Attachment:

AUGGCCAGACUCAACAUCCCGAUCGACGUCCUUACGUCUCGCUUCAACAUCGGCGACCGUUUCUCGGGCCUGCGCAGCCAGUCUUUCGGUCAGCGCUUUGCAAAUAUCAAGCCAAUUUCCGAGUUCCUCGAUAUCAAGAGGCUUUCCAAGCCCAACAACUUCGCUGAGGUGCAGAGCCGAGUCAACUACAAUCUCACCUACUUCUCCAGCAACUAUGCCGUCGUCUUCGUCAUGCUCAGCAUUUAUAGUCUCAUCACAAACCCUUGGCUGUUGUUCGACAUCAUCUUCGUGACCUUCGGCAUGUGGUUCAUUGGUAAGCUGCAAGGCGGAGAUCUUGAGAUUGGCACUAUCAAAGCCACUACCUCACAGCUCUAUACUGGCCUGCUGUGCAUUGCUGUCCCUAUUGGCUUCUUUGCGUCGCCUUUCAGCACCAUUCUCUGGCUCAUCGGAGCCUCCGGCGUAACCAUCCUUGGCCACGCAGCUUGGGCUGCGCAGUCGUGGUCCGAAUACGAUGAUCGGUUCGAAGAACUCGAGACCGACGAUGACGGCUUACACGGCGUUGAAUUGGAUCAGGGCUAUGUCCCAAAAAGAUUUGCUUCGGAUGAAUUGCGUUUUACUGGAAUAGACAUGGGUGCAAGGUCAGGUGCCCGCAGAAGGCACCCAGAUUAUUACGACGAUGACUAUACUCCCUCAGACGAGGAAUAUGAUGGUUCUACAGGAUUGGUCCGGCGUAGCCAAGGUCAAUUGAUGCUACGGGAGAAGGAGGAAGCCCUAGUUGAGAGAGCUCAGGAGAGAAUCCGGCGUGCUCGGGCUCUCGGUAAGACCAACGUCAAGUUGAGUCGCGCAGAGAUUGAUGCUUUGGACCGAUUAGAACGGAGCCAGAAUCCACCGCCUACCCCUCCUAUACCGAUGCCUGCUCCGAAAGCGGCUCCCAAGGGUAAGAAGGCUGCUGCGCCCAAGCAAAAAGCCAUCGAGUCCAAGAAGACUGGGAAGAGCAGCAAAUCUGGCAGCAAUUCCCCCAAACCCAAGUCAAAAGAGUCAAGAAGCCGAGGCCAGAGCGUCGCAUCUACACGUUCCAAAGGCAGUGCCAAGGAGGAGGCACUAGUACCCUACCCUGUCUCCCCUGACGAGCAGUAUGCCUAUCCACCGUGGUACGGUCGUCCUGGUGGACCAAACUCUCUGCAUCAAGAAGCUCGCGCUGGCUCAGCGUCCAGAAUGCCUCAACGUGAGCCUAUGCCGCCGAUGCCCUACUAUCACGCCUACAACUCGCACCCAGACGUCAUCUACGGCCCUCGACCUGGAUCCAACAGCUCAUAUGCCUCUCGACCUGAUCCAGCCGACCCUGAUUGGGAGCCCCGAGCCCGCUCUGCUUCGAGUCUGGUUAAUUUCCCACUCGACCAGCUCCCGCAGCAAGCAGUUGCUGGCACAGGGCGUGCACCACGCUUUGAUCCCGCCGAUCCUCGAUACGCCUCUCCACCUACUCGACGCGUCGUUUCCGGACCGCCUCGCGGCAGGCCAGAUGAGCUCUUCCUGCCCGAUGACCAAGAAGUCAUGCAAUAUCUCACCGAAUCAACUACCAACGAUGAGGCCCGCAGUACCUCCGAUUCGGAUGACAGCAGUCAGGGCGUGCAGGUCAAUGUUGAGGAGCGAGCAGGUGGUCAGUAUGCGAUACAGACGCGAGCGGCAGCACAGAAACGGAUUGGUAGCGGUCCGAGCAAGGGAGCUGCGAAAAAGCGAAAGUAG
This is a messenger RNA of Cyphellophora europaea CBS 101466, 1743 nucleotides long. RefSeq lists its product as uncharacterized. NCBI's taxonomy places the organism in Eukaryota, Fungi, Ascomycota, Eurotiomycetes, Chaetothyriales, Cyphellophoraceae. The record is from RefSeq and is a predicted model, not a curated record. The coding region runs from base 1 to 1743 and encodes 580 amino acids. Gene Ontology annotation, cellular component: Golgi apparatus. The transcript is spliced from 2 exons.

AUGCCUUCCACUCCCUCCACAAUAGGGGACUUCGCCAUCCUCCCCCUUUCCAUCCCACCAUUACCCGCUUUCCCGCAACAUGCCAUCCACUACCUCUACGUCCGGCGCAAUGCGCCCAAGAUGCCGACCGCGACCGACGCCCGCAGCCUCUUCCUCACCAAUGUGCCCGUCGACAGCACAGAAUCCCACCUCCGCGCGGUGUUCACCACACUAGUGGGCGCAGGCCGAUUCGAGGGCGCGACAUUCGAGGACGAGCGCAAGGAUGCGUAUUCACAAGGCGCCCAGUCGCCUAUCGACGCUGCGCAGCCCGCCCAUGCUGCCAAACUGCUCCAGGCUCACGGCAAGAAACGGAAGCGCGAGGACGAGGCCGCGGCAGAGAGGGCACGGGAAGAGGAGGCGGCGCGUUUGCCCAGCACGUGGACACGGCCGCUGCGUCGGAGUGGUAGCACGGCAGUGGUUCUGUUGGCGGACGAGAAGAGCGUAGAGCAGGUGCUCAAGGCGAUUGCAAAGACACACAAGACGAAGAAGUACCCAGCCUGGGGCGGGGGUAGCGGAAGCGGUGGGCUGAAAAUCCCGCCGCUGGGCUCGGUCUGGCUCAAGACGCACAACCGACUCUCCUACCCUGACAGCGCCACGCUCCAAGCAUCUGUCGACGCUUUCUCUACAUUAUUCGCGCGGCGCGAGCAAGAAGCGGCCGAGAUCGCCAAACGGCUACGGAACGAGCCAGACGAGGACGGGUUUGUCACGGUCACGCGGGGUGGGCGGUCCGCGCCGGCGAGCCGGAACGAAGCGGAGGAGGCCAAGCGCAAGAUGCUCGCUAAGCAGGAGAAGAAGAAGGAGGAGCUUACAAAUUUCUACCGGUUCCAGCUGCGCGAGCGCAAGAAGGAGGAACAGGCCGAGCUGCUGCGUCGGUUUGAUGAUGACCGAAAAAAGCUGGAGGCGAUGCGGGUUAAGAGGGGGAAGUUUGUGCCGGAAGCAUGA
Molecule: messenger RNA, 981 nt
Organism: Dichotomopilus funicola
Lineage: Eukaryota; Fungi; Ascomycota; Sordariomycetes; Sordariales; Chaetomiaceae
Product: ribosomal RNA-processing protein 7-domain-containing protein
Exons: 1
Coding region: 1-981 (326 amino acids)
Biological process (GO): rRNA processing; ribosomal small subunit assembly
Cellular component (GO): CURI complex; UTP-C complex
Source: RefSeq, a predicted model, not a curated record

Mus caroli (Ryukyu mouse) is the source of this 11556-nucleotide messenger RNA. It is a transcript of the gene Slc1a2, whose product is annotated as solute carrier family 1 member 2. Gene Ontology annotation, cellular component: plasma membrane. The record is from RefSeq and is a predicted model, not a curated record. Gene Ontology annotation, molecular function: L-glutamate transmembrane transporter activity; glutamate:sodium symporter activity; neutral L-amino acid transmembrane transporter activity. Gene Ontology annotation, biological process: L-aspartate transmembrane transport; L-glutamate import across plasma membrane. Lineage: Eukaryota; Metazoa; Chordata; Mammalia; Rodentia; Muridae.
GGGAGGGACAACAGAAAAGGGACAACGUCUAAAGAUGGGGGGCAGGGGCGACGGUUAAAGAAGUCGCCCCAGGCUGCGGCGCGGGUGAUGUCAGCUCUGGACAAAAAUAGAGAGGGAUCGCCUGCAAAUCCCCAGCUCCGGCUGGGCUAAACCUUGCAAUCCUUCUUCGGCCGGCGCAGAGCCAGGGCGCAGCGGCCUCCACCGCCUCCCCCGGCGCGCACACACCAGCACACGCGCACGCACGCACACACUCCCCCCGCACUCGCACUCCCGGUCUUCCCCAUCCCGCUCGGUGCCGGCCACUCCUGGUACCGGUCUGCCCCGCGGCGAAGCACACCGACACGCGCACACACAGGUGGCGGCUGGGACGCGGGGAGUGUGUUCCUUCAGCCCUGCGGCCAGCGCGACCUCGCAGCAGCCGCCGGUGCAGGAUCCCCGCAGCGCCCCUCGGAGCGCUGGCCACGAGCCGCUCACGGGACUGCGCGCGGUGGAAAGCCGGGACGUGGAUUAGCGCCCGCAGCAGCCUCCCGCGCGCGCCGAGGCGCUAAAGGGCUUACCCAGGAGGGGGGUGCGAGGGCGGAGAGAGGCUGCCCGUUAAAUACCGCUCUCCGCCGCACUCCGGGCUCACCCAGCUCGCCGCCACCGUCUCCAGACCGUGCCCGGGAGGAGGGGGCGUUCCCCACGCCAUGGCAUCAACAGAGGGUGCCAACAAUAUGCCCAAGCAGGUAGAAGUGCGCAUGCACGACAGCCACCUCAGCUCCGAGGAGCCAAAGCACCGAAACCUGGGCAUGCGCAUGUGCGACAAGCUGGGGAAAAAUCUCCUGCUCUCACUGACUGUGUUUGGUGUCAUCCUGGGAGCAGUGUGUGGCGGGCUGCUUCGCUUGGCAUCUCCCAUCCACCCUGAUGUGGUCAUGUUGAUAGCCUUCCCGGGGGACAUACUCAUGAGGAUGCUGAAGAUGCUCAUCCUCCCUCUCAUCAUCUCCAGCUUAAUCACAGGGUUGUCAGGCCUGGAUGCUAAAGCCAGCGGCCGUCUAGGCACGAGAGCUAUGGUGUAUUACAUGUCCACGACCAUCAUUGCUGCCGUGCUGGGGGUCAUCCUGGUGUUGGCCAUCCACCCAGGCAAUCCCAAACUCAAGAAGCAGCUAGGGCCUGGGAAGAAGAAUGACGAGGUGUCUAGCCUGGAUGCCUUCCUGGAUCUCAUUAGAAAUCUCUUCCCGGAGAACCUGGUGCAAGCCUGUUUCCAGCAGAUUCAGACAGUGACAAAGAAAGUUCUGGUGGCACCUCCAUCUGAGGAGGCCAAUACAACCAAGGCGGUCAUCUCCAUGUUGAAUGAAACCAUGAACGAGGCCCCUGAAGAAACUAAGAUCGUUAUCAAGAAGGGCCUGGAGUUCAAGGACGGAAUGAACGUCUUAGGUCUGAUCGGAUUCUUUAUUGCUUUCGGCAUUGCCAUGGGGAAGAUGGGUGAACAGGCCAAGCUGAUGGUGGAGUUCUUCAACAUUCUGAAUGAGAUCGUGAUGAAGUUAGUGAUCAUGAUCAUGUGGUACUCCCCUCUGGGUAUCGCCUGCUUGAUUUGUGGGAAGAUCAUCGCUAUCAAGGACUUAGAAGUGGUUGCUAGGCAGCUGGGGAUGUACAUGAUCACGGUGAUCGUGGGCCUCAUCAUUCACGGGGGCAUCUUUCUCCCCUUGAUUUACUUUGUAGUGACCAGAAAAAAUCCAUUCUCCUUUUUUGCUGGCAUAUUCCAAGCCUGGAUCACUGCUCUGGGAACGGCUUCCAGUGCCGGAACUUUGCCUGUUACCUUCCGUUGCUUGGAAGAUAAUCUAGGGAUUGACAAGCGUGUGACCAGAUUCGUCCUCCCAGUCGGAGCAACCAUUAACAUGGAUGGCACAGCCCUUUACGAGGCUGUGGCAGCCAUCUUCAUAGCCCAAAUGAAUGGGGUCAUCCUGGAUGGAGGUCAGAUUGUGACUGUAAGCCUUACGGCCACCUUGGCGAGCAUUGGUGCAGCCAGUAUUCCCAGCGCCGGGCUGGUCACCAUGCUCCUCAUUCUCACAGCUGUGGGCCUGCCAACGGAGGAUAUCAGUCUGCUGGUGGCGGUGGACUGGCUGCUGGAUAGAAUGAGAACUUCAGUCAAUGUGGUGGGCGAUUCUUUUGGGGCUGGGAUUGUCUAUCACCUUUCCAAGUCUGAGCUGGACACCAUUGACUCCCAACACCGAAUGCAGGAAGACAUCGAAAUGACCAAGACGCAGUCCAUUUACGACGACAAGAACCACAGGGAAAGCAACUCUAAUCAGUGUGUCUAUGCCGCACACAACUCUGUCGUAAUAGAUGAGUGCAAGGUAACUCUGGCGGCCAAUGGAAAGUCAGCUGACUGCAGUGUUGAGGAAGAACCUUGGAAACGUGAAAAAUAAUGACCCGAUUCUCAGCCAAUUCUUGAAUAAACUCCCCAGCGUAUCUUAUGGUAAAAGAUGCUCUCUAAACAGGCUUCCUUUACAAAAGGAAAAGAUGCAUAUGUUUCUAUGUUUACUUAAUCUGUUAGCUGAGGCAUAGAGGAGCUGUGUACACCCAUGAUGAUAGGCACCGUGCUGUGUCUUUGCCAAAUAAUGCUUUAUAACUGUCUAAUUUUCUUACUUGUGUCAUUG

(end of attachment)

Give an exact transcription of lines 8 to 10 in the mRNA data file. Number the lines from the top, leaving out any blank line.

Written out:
Exons: 1
Coding region: 1-981 (326 amino acids)
Biological process (GO): rRNA processing; ribosomal small subunit assembly